Museum of the African Diaspora (MoAD) The Will to Adorn

 
The Will to Adorn is a multi-year collaborative folk cultural research and public presentation project initiated by the Smithsonian Center for Folklife and Cultural Heritage.This project explores the diversity of African American identities as expressed through the cultural aesthetics and traditional arts of the body, dress, and adornment.

Museum of the African Diaspora (MoAD) in San Francisco, CA was one of the participant museums in the 2017 The Will to Adorn project. Six high school students examined African-American fashion in the San Francisco Bay Area. 

Through a combination of street photography, museum visits, field trips and interviews with Bay Area fashion creators and trend setters we took a closer look at the different ways African-American fashion is expressed.

This is a collection of their photographs curated by the program coordinator.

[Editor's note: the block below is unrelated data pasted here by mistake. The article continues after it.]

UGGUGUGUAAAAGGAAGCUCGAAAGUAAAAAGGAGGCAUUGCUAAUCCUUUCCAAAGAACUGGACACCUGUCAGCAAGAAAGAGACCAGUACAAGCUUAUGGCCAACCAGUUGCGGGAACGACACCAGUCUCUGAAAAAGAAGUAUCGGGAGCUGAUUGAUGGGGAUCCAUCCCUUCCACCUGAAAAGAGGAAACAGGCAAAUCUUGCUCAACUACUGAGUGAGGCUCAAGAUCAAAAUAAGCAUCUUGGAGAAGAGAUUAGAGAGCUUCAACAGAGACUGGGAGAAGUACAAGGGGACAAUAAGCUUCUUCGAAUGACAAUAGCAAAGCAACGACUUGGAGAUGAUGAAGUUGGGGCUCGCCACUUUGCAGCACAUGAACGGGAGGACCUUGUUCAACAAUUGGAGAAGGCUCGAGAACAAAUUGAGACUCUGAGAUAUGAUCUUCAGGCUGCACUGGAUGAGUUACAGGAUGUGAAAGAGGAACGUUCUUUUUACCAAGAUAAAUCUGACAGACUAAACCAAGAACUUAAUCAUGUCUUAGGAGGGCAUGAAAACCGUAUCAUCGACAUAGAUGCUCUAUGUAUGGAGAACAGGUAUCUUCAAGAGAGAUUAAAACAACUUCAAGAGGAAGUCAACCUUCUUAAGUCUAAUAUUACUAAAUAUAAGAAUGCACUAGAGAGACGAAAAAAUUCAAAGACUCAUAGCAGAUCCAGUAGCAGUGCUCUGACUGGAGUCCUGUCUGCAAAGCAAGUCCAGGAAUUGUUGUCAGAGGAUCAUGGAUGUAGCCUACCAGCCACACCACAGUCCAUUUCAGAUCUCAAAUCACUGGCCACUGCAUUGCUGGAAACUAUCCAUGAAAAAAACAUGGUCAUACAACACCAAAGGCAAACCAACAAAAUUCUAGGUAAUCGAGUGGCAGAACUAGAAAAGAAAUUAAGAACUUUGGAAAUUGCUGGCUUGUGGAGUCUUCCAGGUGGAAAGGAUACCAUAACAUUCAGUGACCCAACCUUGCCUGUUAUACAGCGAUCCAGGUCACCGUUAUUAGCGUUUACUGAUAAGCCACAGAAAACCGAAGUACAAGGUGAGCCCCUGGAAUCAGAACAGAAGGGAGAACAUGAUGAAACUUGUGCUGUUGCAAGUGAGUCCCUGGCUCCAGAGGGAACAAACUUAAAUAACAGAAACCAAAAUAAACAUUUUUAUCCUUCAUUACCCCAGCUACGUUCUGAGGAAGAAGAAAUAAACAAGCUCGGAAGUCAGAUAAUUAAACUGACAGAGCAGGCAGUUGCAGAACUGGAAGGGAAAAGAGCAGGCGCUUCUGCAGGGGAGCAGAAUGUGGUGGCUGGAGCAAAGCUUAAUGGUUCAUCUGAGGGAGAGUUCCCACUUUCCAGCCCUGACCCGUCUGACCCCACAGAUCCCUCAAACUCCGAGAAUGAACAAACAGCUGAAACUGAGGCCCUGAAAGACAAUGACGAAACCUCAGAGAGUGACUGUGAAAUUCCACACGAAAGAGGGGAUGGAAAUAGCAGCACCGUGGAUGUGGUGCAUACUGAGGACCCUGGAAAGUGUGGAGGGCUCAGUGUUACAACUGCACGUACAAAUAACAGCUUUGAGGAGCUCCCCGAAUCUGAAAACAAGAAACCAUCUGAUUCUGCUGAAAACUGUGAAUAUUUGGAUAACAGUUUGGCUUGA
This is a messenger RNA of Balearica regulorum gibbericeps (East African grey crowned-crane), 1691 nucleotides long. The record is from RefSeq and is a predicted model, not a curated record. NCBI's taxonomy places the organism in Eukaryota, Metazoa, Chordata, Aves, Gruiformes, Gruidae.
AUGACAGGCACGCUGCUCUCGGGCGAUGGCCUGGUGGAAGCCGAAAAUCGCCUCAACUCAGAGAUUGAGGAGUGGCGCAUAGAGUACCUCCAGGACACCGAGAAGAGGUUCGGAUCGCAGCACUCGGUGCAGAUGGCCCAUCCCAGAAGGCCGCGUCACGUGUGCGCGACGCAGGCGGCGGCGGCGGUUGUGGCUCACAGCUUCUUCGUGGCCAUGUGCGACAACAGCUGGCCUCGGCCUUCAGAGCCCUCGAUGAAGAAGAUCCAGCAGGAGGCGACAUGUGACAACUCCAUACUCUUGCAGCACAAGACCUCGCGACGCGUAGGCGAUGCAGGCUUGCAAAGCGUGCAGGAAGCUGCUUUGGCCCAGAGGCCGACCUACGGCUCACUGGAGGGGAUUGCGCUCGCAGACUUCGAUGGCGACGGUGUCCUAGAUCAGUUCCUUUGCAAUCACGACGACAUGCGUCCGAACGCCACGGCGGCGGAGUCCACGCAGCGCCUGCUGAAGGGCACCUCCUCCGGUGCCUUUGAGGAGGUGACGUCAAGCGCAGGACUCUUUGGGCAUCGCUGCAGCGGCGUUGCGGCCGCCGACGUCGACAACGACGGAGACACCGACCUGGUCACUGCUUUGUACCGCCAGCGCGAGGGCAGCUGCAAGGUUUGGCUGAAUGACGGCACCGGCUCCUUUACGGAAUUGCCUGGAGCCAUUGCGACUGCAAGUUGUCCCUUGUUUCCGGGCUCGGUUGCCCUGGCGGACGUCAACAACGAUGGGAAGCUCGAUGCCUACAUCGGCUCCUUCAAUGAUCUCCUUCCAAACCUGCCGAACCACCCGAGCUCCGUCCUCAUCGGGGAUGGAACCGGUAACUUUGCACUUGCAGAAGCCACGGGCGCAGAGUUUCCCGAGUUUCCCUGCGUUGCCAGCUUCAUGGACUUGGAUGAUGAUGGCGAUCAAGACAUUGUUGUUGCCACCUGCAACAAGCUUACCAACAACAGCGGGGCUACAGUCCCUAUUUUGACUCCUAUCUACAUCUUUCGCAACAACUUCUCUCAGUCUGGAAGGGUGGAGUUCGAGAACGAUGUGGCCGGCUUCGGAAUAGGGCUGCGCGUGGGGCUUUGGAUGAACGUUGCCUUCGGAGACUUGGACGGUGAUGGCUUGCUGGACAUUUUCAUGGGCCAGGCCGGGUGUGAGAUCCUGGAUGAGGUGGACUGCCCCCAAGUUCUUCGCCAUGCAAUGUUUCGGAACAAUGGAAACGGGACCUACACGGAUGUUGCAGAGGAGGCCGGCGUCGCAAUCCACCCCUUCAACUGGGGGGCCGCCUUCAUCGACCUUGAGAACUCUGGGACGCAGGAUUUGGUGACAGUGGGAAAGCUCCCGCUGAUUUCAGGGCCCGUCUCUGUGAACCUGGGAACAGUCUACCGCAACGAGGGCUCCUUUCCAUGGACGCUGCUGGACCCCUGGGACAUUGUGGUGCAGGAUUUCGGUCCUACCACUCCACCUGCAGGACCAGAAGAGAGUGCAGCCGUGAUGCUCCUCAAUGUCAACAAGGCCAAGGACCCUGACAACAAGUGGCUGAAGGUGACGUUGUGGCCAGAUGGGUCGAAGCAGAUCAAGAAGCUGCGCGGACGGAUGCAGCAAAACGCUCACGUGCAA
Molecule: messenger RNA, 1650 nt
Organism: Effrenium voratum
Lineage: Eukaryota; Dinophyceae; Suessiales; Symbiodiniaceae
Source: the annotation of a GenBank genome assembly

Richard Collins
90
 

The Civil War

Examine artifacts from 1861-1865 and use them to help prepare your own scrapbook of the time period.

msyorio
162
 

Destination Moon: Origins of the Space Race

This topical collection introduces events that shaped the origin of the Space Race; its connections to World War II, rocketry, nuclear development, and the Cold War. 

After exploring the collection, students will have a better understanding of how the Space Race evolved from a specific group of geopolitical events. This collection introduces figures from American politics and outlines international events that pushed the United States to  mobilize around the Mercury, Gemini and Apollo programs.